Everything Everywhere All at Once and the "crisis of meaning"
The essay that follows is a response to Tim DeRoche’s “The Secular Case for Christianity.” Since that piece is behind a paywall, here are the cliff notes:
Tim was raised Catholic, but became agnostic as he matured.
When he met his wife, a devout Christian, he started going to church again.
His relationship with the faith is still complicated. He’s not so sure he accepts Christian doctrine as factually accurate or literally true.
But, as an active member of what he calls the “meaning crisis community,” an online gathering of unorthodox minds, Tim has been increasingly exposed to arguments that affirm the value/utility of Christian doctrine — regardless of whether it’s true.
He introduces three of his favorite thinkers — philosopher René Girard, historian Tom Holland, and psychologist Jordan Peterson — and argues that their ideas expose the relative unimportance of faith/belief. These thinkers show us that — true or not — Christianity has helped individuals live good, meaningful lives, and has helped society reduce slavery, war, crime, poverty, and general suffering.
This leads up to Tim’s central claim: “So where do I stand now? Am I a “believer” or a “nonbeliever”? I don’t know. I’m not sure it matters all that much. What does matter—for my own life and for the life of my community—is how I act.”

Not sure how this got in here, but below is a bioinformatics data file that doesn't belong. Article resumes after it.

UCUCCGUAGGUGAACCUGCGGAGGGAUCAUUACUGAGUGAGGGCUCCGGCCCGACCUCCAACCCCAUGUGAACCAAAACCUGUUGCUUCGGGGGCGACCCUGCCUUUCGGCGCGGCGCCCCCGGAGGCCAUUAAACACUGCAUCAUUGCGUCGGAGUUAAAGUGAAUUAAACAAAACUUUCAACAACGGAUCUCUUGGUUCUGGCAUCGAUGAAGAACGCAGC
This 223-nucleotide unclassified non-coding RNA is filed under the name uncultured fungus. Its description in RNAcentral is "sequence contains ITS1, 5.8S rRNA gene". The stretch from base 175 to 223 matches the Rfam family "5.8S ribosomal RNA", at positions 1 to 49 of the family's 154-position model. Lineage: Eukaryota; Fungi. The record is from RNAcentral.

In other words, the secular case for Christianity is that whether or not the doctrine is true, things go better for us when we look to its central stories for moral guidance. Why obsess over whether we really believe when we can reap the benefits of belief simply by acting as though we do?
My essay is, roughly, a response to that question. I’m not so much concerned with adjudicating the historical merits of Tim’s argument, though no doubt many would question his contention that the spread of Christianity has been the net positive he makes it out to be. Instead, I focus on whether his secular Christian worldview is a viable foundation for a fulfilling life. I argue that it’s not, and that the philosophy underlying the film “Everything Everywhere All At Once” offers a viable alternative.
One final note: I also draw on Martin Scorsese’s 2016 film “Silence” and Sam Mendes’ 1999 film “American Beauty.” If you’re not familiar with them, you can follow those links to their Wikipedia plot summaries. And then put them in your movie queue, because you’re missing out.
Like the Intellectual Dark Web, one of its forerunners, the Meaning Crisis community isn’t a fixed place. Folks gather on Twitter (#meaningcrisis), on Discord (“Bridges of Meaning”) and in the comments sections of various YouTub—
You bolt awake in a small ship bound for Japan. You are not online. It is 1642 AD. You are a Portuguese Jesuit priest and you’ve heard that your mentor renounced his faith after being brutally tortured by Japanese authorities for seeking converts. Knowing full well that you risk the same fate, you’ve set sail to save the man who nurtured your unwavering devotion to Christ the King. Earthly suffering is but a trifle; everlasting torment is at stake. His soul must. not. burn.